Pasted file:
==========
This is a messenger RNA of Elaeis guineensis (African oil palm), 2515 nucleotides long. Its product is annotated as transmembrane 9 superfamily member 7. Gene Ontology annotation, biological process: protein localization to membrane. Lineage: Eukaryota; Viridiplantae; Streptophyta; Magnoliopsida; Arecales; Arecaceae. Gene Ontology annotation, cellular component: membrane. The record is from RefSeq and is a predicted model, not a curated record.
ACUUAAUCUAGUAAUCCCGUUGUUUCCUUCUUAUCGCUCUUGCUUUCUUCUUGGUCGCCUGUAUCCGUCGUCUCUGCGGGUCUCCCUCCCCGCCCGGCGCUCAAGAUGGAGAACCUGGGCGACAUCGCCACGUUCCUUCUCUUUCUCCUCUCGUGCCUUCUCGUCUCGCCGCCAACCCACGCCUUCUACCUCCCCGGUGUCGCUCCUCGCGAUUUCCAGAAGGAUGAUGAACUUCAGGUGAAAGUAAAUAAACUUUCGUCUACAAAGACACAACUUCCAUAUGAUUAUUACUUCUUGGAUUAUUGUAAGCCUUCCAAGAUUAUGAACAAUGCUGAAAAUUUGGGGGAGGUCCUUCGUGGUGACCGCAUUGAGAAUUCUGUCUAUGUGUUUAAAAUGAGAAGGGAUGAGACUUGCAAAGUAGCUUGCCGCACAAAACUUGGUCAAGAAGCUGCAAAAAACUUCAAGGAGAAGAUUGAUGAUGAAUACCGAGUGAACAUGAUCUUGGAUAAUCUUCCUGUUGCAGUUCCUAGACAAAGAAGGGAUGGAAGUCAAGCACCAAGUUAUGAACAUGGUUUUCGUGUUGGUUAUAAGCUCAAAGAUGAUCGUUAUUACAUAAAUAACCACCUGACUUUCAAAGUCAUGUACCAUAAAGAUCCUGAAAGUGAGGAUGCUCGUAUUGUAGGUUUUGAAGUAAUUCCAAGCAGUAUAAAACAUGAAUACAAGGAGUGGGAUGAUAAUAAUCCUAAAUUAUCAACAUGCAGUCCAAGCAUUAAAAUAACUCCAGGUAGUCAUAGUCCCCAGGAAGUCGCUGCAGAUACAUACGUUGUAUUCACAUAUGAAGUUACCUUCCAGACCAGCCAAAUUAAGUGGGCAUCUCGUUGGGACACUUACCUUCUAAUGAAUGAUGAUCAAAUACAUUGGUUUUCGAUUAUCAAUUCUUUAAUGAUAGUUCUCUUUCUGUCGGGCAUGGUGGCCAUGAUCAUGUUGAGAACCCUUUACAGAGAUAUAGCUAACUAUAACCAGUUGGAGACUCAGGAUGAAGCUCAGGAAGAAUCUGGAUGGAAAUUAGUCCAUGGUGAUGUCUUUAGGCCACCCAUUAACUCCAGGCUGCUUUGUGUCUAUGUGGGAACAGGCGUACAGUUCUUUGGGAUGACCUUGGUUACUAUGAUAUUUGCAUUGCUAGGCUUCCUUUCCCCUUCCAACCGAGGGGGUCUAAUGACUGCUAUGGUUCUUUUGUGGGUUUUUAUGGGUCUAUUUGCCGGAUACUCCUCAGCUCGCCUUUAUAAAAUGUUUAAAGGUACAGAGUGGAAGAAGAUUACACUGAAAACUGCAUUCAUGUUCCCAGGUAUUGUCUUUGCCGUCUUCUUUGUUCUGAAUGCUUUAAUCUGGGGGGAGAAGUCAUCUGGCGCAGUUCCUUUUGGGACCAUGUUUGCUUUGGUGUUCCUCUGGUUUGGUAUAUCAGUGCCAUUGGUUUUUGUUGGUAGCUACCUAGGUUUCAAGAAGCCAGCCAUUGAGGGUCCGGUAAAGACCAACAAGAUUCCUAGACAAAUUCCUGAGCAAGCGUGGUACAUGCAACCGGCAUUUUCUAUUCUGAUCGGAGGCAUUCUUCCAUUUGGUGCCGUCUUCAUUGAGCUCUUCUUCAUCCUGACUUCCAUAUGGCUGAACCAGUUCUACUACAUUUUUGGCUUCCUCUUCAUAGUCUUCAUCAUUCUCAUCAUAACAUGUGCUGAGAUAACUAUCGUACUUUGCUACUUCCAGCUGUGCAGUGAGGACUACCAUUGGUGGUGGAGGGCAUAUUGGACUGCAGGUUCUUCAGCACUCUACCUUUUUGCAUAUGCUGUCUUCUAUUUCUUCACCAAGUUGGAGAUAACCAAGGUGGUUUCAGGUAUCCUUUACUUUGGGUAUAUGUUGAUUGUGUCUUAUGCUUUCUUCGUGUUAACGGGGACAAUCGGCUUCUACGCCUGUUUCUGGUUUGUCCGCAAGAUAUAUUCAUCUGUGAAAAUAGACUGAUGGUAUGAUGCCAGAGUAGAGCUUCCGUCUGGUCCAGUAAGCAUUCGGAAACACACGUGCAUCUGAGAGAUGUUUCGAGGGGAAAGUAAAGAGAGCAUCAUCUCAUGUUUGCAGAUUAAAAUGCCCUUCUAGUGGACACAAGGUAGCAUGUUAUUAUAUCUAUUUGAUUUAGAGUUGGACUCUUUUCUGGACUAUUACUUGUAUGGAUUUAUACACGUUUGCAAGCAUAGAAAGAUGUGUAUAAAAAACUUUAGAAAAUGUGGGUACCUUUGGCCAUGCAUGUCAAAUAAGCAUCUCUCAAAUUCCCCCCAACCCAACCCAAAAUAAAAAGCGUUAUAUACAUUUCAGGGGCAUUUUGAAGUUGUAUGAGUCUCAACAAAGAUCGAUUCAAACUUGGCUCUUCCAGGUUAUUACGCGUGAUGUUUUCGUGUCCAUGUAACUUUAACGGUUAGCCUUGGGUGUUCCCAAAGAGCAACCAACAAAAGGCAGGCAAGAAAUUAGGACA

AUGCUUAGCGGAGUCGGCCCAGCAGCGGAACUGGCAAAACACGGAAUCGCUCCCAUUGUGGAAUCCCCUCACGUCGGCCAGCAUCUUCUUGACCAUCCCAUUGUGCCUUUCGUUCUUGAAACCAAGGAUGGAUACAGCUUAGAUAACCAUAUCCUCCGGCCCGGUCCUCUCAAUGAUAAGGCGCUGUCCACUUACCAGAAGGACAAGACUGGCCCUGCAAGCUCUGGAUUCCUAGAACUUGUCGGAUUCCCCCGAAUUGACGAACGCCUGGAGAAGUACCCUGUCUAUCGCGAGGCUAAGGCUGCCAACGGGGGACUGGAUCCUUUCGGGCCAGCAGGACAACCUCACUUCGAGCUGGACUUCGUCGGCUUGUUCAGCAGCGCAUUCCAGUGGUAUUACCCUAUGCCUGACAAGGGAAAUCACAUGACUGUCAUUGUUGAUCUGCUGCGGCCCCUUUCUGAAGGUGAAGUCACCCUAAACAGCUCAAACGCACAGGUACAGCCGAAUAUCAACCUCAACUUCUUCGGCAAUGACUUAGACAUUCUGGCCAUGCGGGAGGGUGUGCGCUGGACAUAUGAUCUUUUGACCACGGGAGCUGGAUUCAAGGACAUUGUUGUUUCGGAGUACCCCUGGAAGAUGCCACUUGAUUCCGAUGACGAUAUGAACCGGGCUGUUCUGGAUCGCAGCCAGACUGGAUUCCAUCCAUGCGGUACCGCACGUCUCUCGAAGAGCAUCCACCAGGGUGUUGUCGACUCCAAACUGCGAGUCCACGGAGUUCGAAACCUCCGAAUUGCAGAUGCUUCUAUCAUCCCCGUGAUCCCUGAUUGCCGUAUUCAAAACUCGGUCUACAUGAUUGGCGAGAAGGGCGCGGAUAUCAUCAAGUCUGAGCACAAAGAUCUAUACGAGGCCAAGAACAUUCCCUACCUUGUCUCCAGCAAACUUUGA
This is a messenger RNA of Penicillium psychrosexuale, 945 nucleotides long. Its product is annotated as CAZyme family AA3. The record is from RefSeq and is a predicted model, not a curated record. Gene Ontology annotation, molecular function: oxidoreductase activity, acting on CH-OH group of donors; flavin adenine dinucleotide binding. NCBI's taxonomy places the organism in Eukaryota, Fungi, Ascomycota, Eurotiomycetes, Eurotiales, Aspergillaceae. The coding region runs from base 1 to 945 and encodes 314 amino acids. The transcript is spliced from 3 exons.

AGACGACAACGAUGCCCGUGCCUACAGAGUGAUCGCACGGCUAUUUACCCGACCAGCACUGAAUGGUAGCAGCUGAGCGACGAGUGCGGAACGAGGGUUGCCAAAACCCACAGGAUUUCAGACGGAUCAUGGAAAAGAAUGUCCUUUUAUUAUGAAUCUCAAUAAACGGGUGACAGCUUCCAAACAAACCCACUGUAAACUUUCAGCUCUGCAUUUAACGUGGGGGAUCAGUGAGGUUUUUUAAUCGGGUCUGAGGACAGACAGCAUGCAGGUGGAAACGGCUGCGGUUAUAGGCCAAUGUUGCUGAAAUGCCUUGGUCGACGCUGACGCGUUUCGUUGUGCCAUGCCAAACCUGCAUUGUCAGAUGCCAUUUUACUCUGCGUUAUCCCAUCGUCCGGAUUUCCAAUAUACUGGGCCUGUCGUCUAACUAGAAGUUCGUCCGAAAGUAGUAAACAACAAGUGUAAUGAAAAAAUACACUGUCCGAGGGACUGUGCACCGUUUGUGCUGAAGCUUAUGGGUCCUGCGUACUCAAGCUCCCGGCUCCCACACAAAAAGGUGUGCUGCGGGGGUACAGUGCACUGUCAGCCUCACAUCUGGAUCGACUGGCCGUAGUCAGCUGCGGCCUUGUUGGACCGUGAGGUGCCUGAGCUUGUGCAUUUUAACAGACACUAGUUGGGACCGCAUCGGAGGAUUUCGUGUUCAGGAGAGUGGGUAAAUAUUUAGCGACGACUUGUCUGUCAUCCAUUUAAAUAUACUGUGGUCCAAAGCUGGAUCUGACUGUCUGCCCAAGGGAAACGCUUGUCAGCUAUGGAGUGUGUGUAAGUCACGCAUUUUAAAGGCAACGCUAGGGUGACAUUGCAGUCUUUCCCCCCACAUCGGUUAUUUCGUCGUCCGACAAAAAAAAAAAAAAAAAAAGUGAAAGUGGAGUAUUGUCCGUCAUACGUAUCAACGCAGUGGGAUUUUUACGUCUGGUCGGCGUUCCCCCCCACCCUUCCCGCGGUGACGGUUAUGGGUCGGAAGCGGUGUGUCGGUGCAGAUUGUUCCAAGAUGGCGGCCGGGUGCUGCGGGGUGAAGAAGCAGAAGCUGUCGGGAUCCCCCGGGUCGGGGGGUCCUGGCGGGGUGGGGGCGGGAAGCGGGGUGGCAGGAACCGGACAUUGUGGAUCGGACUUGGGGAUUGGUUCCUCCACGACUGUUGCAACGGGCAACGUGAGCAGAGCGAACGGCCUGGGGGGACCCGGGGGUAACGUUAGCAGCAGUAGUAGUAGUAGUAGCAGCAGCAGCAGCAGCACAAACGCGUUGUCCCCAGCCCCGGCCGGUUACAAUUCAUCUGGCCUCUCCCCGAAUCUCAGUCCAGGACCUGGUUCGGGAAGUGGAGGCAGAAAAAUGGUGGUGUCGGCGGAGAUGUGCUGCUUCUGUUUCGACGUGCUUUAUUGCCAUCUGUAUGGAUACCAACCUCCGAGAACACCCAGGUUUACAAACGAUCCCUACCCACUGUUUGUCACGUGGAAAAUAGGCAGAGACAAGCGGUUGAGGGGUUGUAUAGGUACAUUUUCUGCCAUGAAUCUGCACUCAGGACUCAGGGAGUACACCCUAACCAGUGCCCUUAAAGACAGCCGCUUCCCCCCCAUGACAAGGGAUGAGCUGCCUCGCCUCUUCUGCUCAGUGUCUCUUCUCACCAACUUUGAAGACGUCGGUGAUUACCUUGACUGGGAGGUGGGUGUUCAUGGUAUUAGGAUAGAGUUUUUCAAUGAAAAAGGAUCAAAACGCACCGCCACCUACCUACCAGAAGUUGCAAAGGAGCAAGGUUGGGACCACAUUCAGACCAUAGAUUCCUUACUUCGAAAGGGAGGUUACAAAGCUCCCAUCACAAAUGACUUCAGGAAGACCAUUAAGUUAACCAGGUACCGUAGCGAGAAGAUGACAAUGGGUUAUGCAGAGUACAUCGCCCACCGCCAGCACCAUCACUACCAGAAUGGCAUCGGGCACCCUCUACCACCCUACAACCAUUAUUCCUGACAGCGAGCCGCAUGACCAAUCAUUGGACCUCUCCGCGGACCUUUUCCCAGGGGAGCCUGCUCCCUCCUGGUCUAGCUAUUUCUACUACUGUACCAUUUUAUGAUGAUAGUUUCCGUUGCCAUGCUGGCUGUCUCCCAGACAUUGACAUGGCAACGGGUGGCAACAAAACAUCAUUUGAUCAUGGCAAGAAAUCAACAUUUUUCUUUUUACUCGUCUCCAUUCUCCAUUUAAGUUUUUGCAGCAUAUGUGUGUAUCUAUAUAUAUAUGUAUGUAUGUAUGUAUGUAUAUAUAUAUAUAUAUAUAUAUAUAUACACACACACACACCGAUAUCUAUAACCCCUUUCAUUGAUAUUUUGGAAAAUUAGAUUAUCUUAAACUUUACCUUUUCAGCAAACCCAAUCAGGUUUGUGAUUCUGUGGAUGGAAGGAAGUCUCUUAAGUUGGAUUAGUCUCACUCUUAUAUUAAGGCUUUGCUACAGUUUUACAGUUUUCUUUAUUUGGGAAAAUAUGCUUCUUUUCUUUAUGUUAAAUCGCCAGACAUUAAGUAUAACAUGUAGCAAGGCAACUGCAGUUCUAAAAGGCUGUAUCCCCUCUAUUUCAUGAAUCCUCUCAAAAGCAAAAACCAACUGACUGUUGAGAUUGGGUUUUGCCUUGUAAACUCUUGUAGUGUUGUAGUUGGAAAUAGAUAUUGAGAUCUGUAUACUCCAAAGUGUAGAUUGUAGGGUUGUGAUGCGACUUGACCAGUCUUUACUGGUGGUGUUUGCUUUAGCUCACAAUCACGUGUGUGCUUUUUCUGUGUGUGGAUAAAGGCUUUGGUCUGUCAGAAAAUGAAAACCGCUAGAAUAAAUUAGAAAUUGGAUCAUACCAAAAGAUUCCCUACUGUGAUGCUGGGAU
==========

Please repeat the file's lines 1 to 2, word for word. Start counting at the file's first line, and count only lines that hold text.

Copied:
This is a messenger RNA of Elaeis guineensis (African oil palm), 2515 nucleotides long. Its product is annotated as transmembrane 9 superfamily member 7. Gene Ontology annotation, biological process: protein localization to membrane. Lineage: Eukaryota; Viridiplantae; Streptophyta; Magnoliopsida; Arecales; Arecaceae. Gene Ontology annotation, cellular component: membrane. The record is from RefSeq and is a predicted model, not a curated record.
ACUUAAUCUAGUAAUCCCGUUGUUUCCUUCUUAUCGCUCUUGCUUUCUUCUUGGUCGCCUGUAUCCGUCGUCUCUGCGGGUCUCCCUCCCCGCCCGGCGCUCAAGAUGGAGAACCUGGGCGACAUCGCCACGUUCCUUCUCUUUCUCCUCUCGUGCCUUCUCGUCUCGCCGCCAACCCACGCCUUCUACCUCCCCGGUGUCGCUCCUCGCGAUUUCCAGAAGGAUGAUGAACUUCAGGUGAAAGUAAAUAAACUUUCGUCUACAAAGACACAACUUCCAUAUGAUUAUUACUUCUUGGAUUAUUGUAAGCCUUCCAAGAUUAUGAACAAUGCUGAAAAUUUGGGGGAGGUCCUUCGUGGUGACCGCAUUGAGAAUUCUGUCUAUGUGUUUAAAAUGAGAAGGGAUGAGACUUGCAAAGUAGCUUGCCGCACAAAACUUGGUCAAGAAGCUGCAAAAAACUUCAAGGAGAAGAUUGAUGAUGAAUACCGAGUGAACAUGAUCUUGGAUAAUCUUCCUGUUGCAGUUCCUAGACAAAGAAGGGAUGGAAGUCAAGCACCAAGUUAUGAACAUGGUUUUCGUGUUGGUUAUAAGCUCAAAGAUGAUCGUUAUUACAUAAAUAACCACCUGACUUUCAAAGUCAUGUACCAUAAAGAUCCUGAAAGUGAGGAUGCUCGUAUUGUAGGUUUUGAAGUAAUUCCAAGCAGUAUAAAACAUGAAUACAAGGAGUGGGAUGAUAAUAAUCCUAAAUUAUCAACAUGCAGUCCAAGCAUUAAAAUAACUCCAGGUAGUCAUAGUCCCCAGGAAGUCGCUGCAGAUACAUACGUUGUAUUCACAUAUGAAGUUACCUUCCAGACCAGCCAAAUUAAGUGGGCAUCUCGUUGGGACACUUACCUUCUAAUGAAUGAUGAUCAAAUACAUUGGUUUUCGAUUAUCAAUUCUUUAAUGAUAGUUCUCUUUCUGUCGGGCAUGGUGGCCAUGAUCAUGUUGAGAACCCUUUACAGAGAUAUAGCUAACUAUAACCAGUUGGAGACUCAGGAUGAAGCUCAGGAAGAAUCUGGAUGGAAAUUAGUCCAUGGUGAUGUCUUUAGGCCACCCAUUAACUCCAGGCUGCUUUGUGUCUAUGUGGGAACAGGCGUACAGUUCUUUGGGAUGACCUUGGUUACUAUGAUAUUUGCAUUGCUAGGCUUCCUUUCCCCUUCCAACCGAGGGGGUCUAAUGACUGCUAUGGUUCUUUUGUGGGUUUUUAUGGGUCUAUUUGCCGGAUACUCCUCAGCUCGCCUUUAUAAAAUGUUUAAAGGUACAGAGUGGAAGAAGAUUACACUGAAAACUGCAUUCAUGUUCCCAGGUAUUGUCUUUGCCGUCUUCUUUGUUCUGAAUGCUUUAAUCUGGGGGGAGAAGUCAUCUGGCGCAGUUCCUUUUGGGACCAUGUUUGCUUUGGUGUUCCUCUGGUUUGGUAUAUCAGUGCCAUUGGUUUUUGUUGGUAGCUACCUAGGUUUCAAGAAGCCAGCCAUUGAGGGUCCGGUAAAGACCAACAAGAUUCCUAGACAAAUUCCUGAGCAAGCGUGGUACAUGCAACCGGCAUUUUCUAUUCUGAUCGGAGGCAUUCUUCCAUUUGGUGCCGUCUUCAUUGAGCUCUUCUUCAUCCUGACUUCCAUAUGGCUGAACCAGUUCUACUACAUUUUUGGCUUCCUCUUCAUAGUCUUCAUCAUUCUCAUCAUAACAUGUGCUGAGAUAACUAUCGUACUUUGCUACUUCCAGCUGUGCAGUGAGGACUACCAUUGGUGGUGGAGGGCAUAUUGGACUGCAGGUUCUUCAGCACUCUACCUUUUUGCAUAUGCUGUCUUCUAUUUCUUCACCAAGUUGGAGAUAACCAAGGUGGUUUCAGGUAUCCUUUACUUUGGGUAUAUGUUGAUUGUGUCUUAUGCUUUCUUCGUGUUAACGGGGACAAUCGGCUUCUACGCCUGUUUCUGGUUUGUCCGCAAGAUAUAUUCAUCUGUGAAAAUAGACUGAUGGUAUGAUGCCAGAGUAGAGCUUCCGUCUGGUCCAGUAAGCAUUCGGAAACACACGUGCAUCUGAGAGAUGUUUCGAGGGGAAAGUAAAGAGAGCAUCAUCUCAUGUUUGCAGAUUAAAAUGCCCUUCUAGUGGACACAAGGUAGCAUGUUAUUAUAUCUAUUUGAUUUAGAGUUGGACUCUUUUCUGGACUAUUACUUGUAUGGAUUUAUACACGUUUGCAAGCAUAGAAAGAUGUGUAUAAAAAACUUUAGAAAAUGUGGGUACCUUUGGCCAUGCAUGUCAAAUAAGCAUCUCUCAAAUUCCCCCCAACCCAACCCAAAAUAAAAAGCGUUAUAUACAUUUCAGGGGCAUUUUGAAGUUGUAUGAGUCUCAACAAAGAUCGAUUCAAACUUGGCUCUUCCAGGUUAUUACGCGUGAUGUUUUCGUGUCCAUGUAACUUUAACGGUUAGCCUUGGGUGUUCCCAAAGAGCAACCAACAAAAGGCAGGCAAGAAAUUAGGACA